– user23334
    Commented Sep 9, 2016 at 14:56
  • I edited my answer to try to answer your point. Hope it helps. Also, notice something on the video you linked: when the yogi lifts his leg, he stops talking, and when he talks, his voice changes a little bit. That means, he is contracting at least a little bit the abdominals.
    – BKE
    Commented Sep 9, 2016 at 16:03
  • You say comfort. So comfort is when spine is curved when I raise legs (Although comfort is on abdomen only, spine is stressed a lot). Should I continue this?
    – user23334
    Commented Sep 11, 2016 at 1:24

As best I can tell, the intent is to get your spine relaxed with your lower back down to provide more or less a straight line. Indeed, the recommendation is to raise your knees or to even put a bolster or pillow under your legs to prop them up. Some people also get relief by letting the legs fall out (which reduces the profile of the buttocks). For Savasana that makes your legs look like they're in sort of a butterfly pose. When doing Uttanpadasana, it's kind of like a frog stretch.

And the feeling in your lower spine and belly is likely a combination of muscular effort and stretching. Both sides are getting worked because you're suspending your legs in a position between all the way up and all the way down, forcing both sides to work against each other.

  • So should I try to make my spine not curved and parallel, touched to ground?
    – user23334
    Commented Sep 7, 2016 at 3:42
  • Yes. It seems that that is indeed the goal.
    – Sean Duggan
    Commented Sep 7, 2016 at 10:04
  • Even if I manage to do it by raising my knees upwards, as soon as I raise my legs to 30 degrees straight, the spine would be curved again and lift up from ground.
    – user23334
    Commented Sep 7, 2016 at 10:59
  • Huh. Does the curve lessen as your feet are raised higher, getting the buttocks out of the way?
    – Sean Duggan
    Commented Sep 7, 2016 at 11:48
  • No the curve radius increases, and so does the stress on spine.
    – user23334
    Commented Sep 7, 2016 at 15:33

For some reason yoga is still being considered physical exercise, although it was never ment to be.

yoga is restraining the mind-stuff (Chitta) from taking various forms (Vrittis) [1]

which is explained as

yoga essentially consists of meditative practices culminating in attaining a state of consciousness free from all modes of active or discursive thought, and of eventually attaining a state where consciousness is unaware of any object external to itself, that is, is only aware of its own nature as consciousness unmixed with any other object [2]

It is a school of thought, philosophical school (whatever you want to call it) and body physique is just a by-product of application of special tools (asanas) to attain special state of mind. You can equate asanas to prayers in Christianity, for example.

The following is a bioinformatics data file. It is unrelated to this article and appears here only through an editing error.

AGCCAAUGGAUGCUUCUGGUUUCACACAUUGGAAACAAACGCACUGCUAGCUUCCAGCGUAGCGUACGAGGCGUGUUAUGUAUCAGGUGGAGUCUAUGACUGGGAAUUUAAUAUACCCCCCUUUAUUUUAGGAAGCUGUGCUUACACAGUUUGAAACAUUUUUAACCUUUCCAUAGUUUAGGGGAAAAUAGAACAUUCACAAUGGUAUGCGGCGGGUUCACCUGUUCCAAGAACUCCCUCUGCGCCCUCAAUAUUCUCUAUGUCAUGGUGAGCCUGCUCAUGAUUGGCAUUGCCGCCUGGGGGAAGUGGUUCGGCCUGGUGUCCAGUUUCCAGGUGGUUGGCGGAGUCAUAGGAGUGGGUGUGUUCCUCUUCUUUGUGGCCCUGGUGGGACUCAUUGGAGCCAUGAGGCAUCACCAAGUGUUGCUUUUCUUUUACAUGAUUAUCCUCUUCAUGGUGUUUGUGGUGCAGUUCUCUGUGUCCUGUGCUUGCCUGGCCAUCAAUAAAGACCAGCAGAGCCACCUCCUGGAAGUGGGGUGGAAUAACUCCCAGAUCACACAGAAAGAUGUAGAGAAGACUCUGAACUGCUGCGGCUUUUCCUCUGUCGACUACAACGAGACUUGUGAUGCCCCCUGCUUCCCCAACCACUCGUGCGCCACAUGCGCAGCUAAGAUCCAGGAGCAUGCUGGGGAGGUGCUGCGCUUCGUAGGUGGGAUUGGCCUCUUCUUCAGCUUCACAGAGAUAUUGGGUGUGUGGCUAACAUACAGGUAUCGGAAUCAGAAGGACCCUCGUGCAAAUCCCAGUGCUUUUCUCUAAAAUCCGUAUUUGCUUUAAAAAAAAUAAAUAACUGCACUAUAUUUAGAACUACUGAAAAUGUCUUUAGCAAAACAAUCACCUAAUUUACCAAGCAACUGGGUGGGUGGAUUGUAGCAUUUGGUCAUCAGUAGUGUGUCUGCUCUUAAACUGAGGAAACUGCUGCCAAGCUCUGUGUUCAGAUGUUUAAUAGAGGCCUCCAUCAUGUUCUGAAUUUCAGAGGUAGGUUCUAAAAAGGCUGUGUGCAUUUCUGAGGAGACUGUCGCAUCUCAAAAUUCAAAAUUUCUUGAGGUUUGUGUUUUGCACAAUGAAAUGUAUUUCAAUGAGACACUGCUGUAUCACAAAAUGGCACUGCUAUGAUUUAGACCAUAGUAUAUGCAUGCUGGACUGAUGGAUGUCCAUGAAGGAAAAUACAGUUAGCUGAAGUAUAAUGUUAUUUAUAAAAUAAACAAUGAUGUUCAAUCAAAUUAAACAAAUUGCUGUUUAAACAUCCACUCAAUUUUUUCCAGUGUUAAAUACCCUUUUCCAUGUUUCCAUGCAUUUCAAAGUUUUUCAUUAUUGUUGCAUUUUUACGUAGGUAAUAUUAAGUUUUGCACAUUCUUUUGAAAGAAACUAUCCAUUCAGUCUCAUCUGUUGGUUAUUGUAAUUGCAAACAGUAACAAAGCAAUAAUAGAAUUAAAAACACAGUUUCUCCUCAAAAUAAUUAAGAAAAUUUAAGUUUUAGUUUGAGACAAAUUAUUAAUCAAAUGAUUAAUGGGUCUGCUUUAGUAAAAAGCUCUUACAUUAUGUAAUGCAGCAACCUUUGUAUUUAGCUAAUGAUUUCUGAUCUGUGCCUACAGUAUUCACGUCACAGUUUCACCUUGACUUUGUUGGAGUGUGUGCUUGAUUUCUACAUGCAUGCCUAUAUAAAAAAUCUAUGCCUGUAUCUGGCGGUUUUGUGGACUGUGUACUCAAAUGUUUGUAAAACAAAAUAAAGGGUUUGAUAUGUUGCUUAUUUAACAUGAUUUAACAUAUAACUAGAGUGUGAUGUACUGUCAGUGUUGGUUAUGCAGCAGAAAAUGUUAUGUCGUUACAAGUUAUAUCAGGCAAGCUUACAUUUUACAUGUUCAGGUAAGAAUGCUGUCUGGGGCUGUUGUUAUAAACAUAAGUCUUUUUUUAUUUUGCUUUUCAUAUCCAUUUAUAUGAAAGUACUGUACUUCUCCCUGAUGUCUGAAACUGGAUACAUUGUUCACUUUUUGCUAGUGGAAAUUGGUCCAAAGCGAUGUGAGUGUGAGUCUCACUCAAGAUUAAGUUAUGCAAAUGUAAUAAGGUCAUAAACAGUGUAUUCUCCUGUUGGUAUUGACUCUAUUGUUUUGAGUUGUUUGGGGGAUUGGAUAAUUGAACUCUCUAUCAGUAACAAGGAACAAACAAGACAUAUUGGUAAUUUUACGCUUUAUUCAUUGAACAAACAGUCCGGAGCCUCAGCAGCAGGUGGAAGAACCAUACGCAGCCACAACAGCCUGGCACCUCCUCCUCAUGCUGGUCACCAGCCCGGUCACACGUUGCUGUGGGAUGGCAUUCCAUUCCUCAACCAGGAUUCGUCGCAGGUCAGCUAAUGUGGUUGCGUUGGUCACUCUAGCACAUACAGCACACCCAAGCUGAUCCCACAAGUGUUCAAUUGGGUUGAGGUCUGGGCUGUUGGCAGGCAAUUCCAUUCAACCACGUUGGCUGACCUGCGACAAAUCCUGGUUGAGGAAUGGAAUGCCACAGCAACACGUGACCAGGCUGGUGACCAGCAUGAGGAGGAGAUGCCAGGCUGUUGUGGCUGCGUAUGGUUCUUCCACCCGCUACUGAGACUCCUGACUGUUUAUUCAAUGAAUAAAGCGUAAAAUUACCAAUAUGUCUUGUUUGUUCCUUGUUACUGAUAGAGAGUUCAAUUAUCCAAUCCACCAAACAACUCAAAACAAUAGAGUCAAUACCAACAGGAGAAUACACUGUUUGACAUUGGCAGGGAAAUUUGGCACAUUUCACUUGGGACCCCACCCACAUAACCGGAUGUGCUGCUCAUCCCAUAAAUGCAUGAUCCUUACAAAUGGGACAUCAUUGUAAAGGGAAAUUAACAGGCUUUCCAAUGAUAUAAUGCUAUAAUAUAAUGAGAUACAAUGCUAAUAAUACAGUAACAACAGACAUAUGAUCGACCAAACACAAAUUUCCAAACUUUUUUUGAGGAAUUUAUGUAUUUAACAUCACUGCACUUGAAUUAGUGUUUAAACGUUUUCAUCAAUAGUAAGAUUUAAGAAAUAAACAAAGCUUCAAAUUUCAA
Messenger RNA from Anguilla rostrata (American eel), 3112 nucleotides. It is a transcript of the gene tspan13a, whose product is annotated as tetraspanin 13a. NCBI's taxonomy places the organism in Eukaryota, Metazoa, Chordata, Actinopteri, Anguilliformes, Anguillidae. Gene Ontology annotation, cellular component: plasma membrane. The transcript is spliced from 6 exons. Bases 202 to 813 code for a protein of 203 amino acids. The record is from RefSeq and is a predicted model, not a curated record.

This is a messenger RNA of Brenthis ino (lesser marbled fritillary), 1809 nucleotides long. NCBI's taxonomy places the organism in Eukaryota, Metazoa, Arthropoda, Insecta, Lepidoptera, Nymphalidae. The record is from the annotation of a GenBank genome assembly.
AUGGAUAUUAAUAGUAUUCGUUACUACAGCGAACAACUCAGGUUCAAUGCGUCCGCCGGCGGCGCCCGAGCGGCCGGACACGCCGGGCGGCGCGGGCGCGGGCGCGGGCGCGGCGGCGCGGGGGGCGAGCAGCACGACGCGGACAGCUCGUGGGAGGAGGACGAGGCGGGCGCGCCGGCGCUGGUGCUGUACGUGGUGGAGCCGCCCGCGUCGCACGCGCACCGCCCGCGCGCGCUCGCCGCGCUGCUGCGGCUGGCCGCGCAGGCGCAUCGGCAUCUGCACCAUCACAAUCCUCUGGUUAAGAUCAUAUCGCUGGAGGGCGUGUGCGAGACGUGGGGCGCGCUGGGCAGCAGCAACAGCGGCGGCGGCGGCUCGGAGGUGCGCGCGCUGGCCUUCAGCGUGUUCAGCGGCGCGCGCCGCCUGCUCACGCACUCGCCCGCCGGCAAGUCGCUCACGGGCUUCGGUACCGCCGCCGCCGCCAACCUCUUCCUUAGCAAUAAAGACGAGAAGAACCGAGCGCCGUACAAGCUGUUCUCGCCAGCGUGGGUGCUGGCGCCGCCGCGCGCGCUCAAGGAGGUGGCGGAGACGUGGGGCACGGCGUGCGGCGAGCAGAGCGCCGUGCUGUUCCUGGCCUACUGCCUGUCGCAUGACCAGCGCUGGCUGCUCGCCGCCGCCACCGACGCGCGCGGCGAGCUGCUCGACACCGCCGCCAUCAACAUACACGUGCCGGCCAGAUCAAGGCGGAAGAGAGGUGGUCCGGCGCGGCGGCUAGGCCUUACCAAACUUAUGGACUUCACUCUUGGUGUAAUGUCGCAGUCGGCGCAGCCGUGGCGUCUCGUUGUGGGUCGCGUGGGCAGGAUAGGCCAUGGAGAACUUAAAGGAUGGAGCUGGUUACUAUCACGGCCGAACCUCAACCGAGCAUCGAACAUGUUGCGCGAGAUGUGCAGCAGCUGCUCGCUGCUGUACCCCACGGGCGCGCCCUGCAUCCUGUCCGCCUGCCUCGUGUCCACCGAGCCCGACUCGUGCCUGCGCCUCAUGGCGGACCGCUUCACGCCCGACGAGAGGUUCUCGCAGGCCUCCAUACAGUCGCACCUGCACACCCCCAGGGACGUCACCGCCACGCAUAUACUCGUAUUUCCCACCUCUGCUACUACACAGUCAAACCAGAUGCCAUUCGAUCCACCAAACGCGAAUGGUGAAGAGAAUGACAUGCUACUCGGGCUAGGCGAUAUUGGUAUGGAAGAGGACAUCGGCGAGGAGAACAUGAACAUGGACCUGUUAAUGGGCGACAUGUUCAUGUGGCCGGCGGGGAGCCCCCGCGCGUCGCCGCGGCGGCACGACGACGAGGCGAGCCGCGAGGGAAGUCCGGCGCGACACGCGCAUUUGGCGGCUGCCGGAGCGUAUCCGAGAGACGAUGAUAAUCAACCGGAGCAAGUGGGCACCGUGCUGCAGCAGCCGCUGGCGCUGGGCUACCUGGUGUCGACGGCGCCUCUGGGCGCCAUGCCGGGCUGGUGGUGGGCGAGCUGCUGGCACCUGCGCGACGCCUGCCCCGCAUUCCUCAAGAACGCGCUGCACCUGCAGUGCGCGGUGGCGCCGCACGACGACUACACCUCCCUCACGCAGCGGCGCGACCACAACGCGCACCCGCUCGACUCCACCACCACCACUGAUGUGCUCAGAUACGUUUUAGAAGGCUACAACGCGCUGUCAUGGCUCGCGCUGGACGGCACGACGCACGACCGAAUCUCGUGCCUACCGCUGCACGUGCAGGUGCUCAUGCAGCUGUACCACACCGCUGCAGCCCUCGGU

So if you are just exercising, naturally do whatever requires the most muscle straining to either build muscles (although yoga is extremely inefficient in this regard compared to weight lifting) or stretch them, whatever your goals are.

If you want to practice yoga as philosophical school then provided you have proper theoretical knowledge, start with the asanas where you have to actively focus on performing them, because this will help you silence your "inner dialogue". Relaxation asanas in yoga are actually considered to be quite difficult to perform with shavasana widely considered to be the most difficult and demanding asana in yoga.

Also, yoga lacks the knowledge of term "proper form" as weight lifting has it. There is "canonical form" that you try to achieve gradually as your body becomes more and more accustomed to this or that asana. But the primary idea is that you have to feel comfortable in an asana without any pain or excessive straining. As long as you can hold the resemblance of the form and do the "mental" work (the real goal of yoga) you are fine.

  • The founders of yoga did not intend it to be mere physical exercise, but in the Western world, a significant number of yoga students view it that way. This may dismay spiritual practitioners and lead to claims of cultural appropriation, but does not prevent people from using the physical movements to work on their mobility, stability and endurance.
    – gwaigh
    Commented Sep 8, 2016 at 17:08
  • 1
    How does this answer the specific question? Also, no matter what someone believes yoga was 'meant to be', when they are doing physical exercise (for whatever purpose), the laws of anatomy and physiology apply.
    – BKE
    Commented Sep 8, 2016 at 17:30